Addison — With only flesh-toned G-strings and dance belts covering their lower halves, one by one the dancers run into the space and execute an upper spinal curve that accentuates the muscular lines of their chests, thighs and glutes before being pulled off stage by some invisible force. This back and forth continues until, suddenly, all the dancers run on and form a circle in the right, upstage corner. Standing shoulder to shoulder the dancers remain motionless except for the heavy rise and fall of their bare chests and their eyes, which are actively searching the space.
This is just a taste of what New York-based Choreographer Sidra Bell has in store for Dallas audiences in her new work Nervosa, which premieres at Dark Circles Contemporary Dance’s Spring Series this weekend.
Bell is one of the hottest names in the dance world right now thanks to her unique style, which explores bodily forms through the modular lenses of flesh, bones, nerves, memory, site and history, according to her Web site. Her knowledge of visual art also plays an important role in her creative process. Bell’s work has been seen throughout the U.S. and abroad, including Sweden, Denmark, France, Germany, Slovenia, China, Canada, Korea and Brazil. Her company, Sidra Bell Dance New York, has rapidly garnered an international profile for work that reveals aspects of the human condition through a distinctly female lens.
After watching a run-through of Nervosa in February at Preston Center Dance, Bell sat down to talk with the small audience that was there about her creative process for this piece and answer any questions we might have for her.
Bell starts off by telling us that Nervosa is about making you and making me in two parts and is housed within a much longer work that her company is currently working on that focuses on the nervous system and how it affects the way a person feels and moves. “The piece is about relationships and what it means to really feel someone,” Bell says. “It’s also about what makes the nervous system tick and sensing the people around us with our eyeballs and skin.”
This statement definitely brings more clarity to that moment where the mostly nude dancers are standing in a circle watching one another as well as the following duet where Eric Lobenberg slowly walks around the space with Victoria Daylor draped over his shoulder. This is an extremely raw and tender moment between the couple, which thankfully isn’t diminished by their nudity; something Bell was hyper aware of when she made the decision for the dancers to be mostly nude for this part of the dance. (Note: The dancers wear black and gray long sleeved-unitards for most of the work)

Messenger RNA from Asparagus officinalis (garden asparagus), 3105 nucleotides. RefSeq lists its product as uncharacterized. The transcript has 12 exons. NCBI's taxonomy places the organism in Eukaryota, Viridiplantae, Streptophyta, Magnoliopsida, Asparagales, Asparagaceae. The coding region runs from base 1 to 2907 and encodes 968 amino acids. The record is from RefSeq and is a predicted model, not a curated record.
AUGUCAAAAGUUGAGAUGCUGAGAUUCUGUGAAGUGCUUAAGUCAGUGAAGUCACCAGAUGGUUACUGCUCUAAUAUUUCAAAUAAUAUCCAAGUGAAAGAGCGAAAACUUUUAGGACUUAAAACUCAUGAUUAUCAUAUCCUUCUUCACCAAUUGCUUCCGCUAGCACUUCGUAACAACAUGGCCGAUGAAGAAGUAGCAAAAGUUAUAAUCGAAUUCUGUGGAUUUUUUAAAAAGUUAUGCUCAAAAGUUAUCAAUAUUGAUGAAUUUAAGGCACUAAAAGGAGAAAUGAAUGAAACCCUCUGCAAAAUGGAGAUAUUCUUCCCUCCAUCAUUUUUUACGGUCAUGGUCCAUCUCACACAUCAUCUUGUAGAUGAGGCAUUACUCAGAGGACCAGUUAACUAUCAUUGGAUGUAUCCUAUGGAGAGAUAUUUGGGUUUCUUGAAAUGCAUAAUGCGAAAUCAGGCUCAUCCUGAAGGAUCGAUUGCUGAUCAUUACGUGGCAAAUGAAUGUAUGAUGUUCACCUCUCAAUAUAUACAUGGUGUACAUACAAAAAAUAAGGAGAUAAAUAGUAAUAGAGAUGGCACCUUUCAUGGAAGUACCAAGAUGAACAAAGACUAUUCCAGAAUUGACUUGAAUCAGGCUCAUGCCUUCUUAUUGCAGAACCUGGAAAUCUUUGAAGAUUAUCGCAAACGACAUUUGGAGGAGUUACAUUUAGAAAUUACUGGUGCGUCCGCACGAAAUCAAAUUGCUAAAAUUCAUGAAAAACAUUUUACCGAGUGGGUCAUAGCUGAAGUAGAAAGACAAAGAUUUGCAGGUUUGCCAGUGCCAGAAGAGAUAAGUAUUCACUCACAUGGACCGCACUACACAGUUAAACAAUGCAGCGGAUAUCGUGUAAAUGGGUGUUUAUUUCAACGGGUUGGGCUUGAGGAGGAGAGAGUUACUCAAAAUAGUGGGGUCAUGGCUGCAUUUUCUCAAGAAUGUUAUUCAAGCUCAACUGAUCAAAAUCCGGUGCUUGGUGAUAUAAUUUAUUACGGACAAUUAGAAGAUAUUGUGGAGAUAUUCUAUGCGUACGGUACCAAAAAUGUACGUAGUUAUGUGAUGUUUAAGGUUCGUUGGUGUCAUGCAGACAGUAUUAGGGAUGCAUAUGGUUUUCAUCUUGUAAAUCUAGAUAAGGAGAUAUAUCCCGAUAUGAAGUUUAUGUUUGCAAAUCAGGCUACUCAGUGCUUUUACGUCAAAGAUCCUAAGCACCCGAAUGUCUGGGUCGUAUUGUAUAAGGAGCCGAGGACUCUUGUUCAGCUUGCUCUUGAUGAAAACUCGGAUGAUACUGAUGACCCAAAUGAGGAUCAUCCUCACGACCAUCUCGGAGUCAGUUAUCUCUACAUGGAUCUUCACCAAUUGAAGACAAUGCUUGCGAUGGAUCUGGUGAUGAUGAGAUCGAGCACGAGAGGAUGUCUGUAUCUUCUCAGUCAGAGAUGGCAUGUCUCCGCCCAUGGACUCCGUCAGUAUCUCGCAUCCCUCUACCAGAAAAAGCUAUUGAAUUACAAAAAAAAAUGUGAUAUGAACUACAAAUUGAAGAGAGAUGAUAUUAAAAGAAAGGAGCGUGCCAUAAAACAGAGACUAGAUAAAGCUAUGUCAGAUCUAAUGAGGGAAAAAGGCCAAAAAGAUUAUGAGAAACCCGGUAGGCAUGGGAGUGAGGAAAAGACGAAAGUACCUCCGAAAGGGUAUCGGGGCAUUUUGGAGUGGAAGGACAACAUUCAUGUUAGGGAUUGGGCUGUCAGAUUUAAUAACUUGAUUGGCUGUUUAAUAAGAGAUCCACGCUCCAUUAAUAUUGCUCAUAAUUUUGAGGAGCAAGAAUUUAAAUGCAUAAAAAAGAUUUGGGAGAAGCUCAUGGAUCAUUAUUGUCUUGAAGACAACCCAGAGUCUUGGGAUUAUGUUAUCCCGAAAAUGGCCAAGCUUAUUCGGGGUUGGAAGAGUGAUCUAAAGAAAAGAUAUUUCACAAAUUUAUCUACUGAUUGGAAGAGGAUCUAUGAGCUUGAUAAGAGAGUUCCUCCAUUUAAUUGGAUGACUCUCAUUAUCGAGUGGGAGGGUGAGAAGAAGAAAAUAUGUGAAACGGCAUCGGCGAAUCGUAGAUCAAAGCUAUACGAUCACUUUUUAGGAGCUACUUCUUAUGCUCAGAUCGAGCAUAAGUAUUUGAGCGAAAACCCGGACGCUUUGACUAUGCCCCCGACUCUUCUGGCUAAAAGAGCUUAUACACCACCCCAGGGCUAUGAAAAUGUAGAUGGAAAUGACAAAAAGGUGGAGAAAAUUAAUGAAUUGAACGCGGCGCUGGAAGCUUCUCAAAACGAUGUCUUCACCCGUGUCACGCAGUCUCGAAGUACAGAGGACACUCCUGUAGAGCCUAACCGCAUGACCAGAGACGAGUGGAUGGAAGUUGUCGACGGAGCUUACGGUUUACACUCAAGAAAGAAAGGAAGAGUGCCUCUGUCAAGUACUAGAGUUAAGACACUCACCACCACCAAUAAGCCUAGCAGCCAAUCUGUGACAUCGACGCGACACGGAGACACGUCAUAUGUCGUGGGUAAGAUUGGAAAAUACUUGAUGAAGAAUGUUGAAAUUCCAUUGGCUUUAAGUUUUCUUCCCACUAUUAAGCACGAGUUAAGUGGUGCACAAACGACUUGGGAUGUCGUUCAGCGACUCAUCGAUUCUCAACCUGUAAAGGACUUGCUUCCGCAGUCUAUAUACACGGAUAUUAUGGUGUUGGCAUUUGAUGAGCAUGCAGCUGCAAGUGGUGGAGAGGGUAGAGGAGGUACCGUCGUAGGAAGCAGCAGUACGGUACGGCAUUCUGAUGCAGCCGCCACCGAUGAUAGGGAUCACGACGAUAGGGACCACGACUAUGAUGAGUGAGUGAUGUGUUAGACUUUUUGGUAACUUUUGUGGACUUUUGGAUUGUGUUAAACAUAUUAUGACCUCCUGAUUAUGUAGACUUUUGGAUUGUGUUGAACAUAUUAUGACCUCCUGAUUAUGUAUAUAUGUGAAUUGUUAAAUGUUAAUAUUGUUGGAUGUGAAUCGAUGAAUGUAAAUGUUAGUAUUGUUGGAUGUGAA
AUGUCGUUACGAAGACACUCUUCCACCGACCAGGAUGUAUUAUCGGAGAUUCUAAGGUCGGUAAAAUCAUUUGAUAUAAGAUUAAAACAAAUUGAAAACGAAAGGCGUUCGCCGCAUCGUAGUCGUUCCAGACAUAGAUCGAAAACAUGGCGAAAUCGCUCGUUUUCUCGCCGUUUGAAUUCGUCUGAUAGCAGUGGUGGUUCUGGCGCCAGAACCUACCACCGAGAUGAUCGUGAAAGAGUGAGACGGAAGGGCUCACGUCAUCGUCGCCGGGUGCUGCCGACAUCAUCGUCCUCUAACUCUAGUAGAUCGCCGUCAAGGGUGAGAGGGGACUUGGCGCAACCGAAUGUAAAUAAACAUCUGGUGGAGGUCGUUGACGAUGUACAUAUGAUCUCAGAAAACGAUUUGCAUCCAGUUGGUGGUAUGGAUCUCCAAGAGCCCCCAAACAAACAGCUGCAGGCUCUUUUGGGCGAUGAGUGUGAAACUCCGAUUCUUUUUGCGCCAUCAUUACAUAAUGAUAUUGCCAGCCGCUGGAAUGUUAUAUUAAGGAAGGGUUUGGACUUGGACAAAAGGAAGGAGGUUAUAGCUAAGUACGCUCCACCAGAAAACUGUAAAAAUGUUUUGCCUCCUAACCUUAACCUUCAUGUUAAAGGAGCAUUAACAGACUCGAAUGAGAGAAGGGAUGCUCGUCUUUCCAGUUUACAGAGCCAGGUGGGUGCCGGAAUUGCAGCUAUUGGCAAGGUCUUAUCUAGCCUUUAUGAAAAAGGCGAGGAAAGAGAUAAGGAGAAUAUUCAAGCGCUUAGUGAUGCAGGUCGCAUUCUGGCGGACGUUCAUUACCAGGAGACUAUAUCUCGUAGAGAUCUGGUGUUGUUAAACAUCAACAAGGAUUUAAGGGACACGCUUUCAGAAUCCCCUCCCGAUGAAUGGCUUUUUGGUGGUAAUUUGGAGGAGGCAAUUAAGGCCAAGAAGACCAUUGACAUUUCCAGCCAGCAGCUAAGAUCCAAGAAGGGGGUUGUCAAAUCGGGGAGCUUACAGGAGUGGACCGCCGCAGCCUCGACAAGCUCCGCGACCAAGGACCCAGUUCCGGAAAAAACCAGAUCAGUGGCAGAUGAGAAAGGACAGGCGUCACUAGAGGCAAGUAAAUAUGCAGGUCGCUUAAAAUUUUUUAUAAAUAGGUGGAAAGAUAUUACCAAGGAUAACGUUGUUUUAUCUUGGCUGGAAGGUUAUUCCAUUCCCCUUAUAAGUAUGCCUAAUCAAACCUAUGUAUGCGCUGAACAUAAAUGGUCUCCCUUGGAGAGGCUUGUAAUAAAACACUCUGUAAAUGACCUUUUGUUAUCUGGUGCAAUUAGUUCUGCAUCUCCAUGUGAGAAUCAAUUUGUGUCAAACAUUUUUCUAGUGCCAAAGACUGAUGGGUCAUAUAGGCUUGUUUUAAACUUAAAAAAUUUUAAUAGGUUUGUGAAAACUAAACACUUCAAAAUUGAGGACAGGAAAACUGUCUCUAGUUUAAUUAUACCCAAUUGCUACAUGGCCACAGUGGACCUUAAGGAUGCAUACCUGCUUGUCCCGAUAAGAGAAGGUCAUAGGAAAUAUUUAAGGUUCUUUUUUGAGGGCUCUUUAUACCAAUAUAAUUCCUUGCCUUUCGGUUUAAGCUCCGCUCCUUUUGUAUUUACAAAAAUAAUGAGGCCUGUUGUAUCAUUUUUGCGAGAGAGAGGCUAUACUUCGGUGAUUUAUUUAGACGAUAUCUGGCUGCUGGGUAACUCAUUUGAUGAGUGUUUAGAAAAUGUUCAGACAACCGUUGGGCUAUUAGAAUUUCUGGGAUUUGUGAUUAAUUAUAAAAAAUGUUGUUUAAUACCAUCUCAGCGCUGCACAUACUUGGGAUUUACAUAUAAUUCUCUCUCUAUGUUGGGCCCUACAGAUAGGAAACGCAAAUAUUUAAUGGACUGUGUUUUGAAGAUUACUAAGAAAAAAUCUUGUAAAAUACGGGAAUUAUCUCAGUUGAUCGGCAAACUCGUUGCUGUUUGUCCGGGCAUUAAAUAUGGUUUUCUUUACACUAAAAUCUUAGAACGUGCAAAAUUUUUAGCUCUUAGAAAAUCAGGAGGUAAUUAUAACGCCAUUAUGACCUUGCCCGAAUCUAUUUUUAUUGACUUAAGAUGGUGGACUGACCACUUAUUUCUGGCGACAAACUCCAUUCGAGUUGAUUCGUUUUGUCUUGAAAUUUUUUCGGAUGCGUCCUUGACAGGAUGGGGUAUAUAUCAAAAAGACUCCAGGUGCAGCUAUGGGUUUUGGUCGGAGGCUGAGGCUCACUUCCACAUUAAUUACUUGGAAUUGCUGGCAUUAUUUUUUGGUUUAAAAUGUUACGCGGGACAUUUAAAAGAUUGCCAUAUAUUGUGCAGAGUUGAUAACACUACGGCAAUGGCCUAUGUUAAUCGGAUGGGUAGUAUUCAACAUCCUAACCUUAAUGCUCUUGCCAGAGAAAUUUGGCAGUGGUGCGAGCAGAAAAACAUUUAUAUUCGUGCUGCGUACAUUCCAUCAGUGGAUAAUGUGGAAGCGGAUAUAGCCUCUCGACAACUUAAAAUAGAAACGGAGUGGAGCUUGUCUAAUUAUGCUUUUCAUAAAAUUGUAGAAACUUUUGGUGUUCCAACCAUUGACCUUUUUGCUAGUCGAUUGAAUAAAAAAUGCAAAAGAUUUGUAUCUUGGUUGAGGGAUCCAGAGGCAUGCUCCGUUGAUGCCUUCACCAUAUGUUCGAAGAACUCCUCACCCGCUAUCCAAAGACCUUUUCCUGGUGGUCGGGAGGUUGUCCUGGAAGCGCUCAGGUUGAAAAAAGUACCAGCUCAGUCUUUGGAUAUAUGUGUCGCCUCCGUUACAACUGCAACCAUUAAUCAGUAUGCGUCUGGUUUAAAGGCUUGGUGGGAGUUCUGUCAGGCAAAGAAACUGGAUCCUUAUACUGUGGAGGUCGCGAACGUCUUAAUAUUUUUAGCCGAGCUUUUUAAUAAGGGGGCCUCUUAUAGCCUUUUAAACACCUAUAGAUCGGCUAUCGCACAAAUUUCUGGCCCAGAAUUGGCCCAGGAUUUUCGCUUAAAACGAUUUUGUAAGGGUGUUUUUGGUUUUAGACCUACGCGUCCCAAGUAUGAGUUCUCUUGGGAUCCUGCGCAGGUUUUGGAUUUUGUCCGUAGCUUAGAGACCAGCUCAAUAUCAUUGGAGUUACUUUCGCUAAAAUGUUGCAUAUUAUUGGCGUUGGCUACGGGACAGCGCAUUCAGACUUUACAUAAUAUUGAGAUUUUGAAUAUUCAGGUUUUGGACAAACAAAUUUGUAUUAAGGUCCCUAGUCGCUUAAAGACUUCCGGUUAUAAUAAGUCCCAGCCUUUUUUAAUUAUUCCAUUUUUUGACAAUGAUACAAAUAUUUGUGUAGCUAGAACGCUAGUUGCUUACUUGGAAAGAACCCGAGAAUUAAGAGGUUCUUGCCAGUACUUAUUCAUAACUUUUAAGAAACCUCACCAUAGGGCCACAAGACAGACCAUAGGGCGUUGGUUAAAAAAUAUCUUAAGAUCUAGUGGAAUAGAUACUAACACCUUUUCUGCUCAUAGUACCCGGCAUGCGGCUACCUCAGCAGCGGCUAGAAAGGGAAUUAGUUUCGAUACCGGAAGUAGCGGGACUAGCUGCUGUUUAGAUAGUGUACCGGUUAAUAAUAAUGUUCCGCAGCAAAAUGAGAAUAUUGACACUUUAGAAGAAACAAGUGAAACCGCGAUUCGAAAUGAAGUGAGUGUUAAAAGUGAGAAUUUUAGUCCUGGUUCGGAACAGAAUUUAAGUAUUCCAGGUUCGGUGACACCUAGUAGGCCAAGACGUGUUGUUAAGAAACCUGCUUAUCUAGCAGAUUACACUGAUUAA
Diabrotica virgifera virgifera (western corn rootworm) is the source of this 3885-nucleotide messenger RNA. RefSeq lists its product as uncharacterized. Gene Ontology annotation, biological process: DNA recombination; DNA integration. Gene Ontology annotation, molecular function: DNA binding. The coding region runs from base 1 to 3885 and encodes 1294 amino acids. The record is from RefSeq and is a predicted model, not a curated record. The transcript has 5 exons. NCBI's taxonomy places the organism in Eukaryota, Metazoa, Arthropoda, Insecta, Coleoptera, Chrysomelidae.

“It was a late decision,” Bell says about the nudity. “It was made in an effort to export more of the human experience. The nudity in the duet feels natural and more innocent and does not conjure violence. It also brings attention to the lines of the body.”
“She made the decision with 30 minutes left to the end of our rehearsal the day before the preview,” Daylor says. So, we did it again with nudity and it just completed the work.”
Regarding the nudity in the duet Daylor says, “When Eric is holding me it feels comfortable. I feel close to him. His body feels like a layer of clothes against my back. I actually feel more vulnerable in the first part of the duet where we are not touching and the wind on my skin reminds me of my nudity.”
And as for working with Bell, Daylor says it was a wonderful experience and she was pleasantly surprised with how much personalized time Bell gave to them. “She gave us very individual things to work on that were not just about the choreography, but also things to help further our dancing going forward.”
Daylor uses her solo at the beginning of the dance as an example. After the group disperses, Daylor starts walking around the space and stops occasionally to contract her chest, which then ripples down into her hips and legs. Her movements remain fluid and evenly paced even when Nick Heffelfinger enters and begins convulsing on the ground.
“She gave me advice on things to do with my focus. She told me to think about the muscularity of my eyes and how deep set they are in my face. She also wanted me to be seeing everything around me in a way that is energetic.”
When I asked her if Heffelfinger’s frenzied movement ever made her lose her focus Daylor laughingly said, “I actually have no idea what he does because I am in my own world. For me, I am just here on earth and he is something on another planet and maybe we collide at some point, but I can’t give him too much attention.”
As for the control and stability Daylor exudes in her solo she says she has to give some of the credit to her outside training in the Gyrotonic method. “It has really helped me with my focus and stability of my breath when I’m dancing. Underlying it with my dancing has given me a good base.”
You can catch Daylor and the other members of Dark Circles Contemporary Dance in Bell’s Nervosa at the company’s Spring Series, March 22-24, at Addison Theatre Centre. The program also includes the premiere of Joshua L. Peugh’s Dialogue featuring Tejas Dance, a local Bharatanatyam Indian classical dance duo.
» Katie Dravenstott is a freelance writer and dance instructor in Dallas. Visit her blog at www.kddance.wordpress.com